La Mon. Two words that send shivers down my back. I was seven months into my new life here in Northern Ireland. A challenge unfolding all around me, the discovery of people, places and the sharing of new love, and new life growing deep inside me.
Twelve people were killed and many more badly burned on 17 February 1978. The bomb turned La Mon House, a small country hotel, in the Castlereagh hills east of Belfast, into a raging inferno. The events surrounding that fateful evening will for ever be imprinted on the minds of the scores of people who escaped from the clutches of death. Some of those injured may well still carry scars and suffer physical pain to this day. Even those fortunate enough to walk away without a physical mark were haunted by the memories of that dreadful night.
It began as a Saturday night of celebration. It was a happy get-together for members of the Irish Collie Club and their friends. They had converged on the hotel from around the Province. They had been allocated a private function room known as the Peacock room.
The terrorists strapped their explosives to two cans of petrol and attached them to the security grille over the windows of the room. They then retreated under the cover of darkness. The massive explosion that resulted sent a sheet of burning petrol through the small function room, incinerating those in its path. In addition, the glass and materials from the explosion shredded the many helpless, innocent and unsuspecting victims. In addition to the many guests in the hotel that evening, there were in the region of 90 staff on the premises.
This was a time of hormonal overdrive for me, newly married, and six months pregnant, no wonder the details seem etched in my brain. There was also the fact that exactly I week later we were to attend the annual dinner for all the staff of the company where Jack worked. It was the quietest week of my life. Nobody wanted to broach the subject. We all worried about attending, yet none of us wanted to be responsible for cancelling the event.
The evening of the Dinner Dance arrived and with it, thick freezing fog. It was impossible to see much further than the nose of the car. We debated whether to cry off or not. I know Jack was worried about me and the safety of our growing baby. We often have bad weather around us and when we travel a few miles south in the direction of Belfast, discover a different climate altogether.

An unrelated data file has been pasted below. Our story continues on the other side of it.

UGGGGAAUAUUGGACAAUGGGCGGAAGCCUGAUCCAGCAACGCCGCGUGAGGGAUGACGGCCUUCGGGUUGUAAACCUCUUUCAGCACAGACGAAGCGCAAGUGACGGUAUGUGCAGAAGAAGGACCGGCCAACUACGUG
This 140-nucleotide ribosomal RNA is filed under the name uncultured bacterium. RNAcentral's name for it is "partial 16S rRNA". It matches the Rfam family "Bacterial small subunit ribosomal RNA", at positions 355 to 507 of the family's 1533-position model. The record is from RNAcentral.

Jack never wanting to let people down decided we would set out and if we found it difficult, we could circle round and come home. The driving condition I hate most of all is fog, never mind freezing fog but I stayed stumb and agreed that we should make an effort to get there. Our destination was Clanbrassil House Hotel, A Georgian Terrace on the sea front at Holywood, Co Down. I think it has since been converted into apartments.
We set forth on our journey, heading for the M2, neither of us wanting to say a word. All concentration was focused on the road and searching for red tail lights ahead. The journey down the M2 southwards into Belfast is lovely on a bright day. On your right Belfast Castle is set into the hillside and peeping through the trees of the Cave Hill. While on the left is the sweep of Belfast Lough glinting in sunshine, forming a natural divide between County Antrim and County Down. Had the night been clear we would have been able to pick out the cluster of lights at Holywood.
That night there was no cluster of lights, we did make out red tail lights of a car in front and tucked well in behind it and followed at a safe speed and distance. Finally reaching the hotel I gave an enormous sigh of relief. I thanked God twice over, once for a safe journey and secondly because there were NO grilles on the windows. We were the first to arrive and Jack found me a comfortable corner and headed to get a warming drink for us. It was only then I realised that my teeth and hands were clenched.
Soon the other members of the party started to arrive and seeing Jack they relaxed. Everyone felt as we did, yet turned out more in support of each other than the desire to party and also not wanting to let terrorism win. We soon had the call to our table. Good food and wine warmed and relaxed everyone. Jack and I shared the good news of our forthcoming event. The band was excellent and we all danced to the wee small hours.
We had a representative over from Head Office, and between the weather that night, and the chat at the table during the meal, he realised the conditions that the staff and particularly those out on the road, had to contend with on a daily basis in Northern Ireland. To give him his due, he picked up the tab for the whole evening!
When the band finally packed up for the night and we said our Goodnights, we headed outside to the car. The fog had cleared and the sky was a mass of stars. Jack and I sang all the way home.
Who would credit the difference a week can make!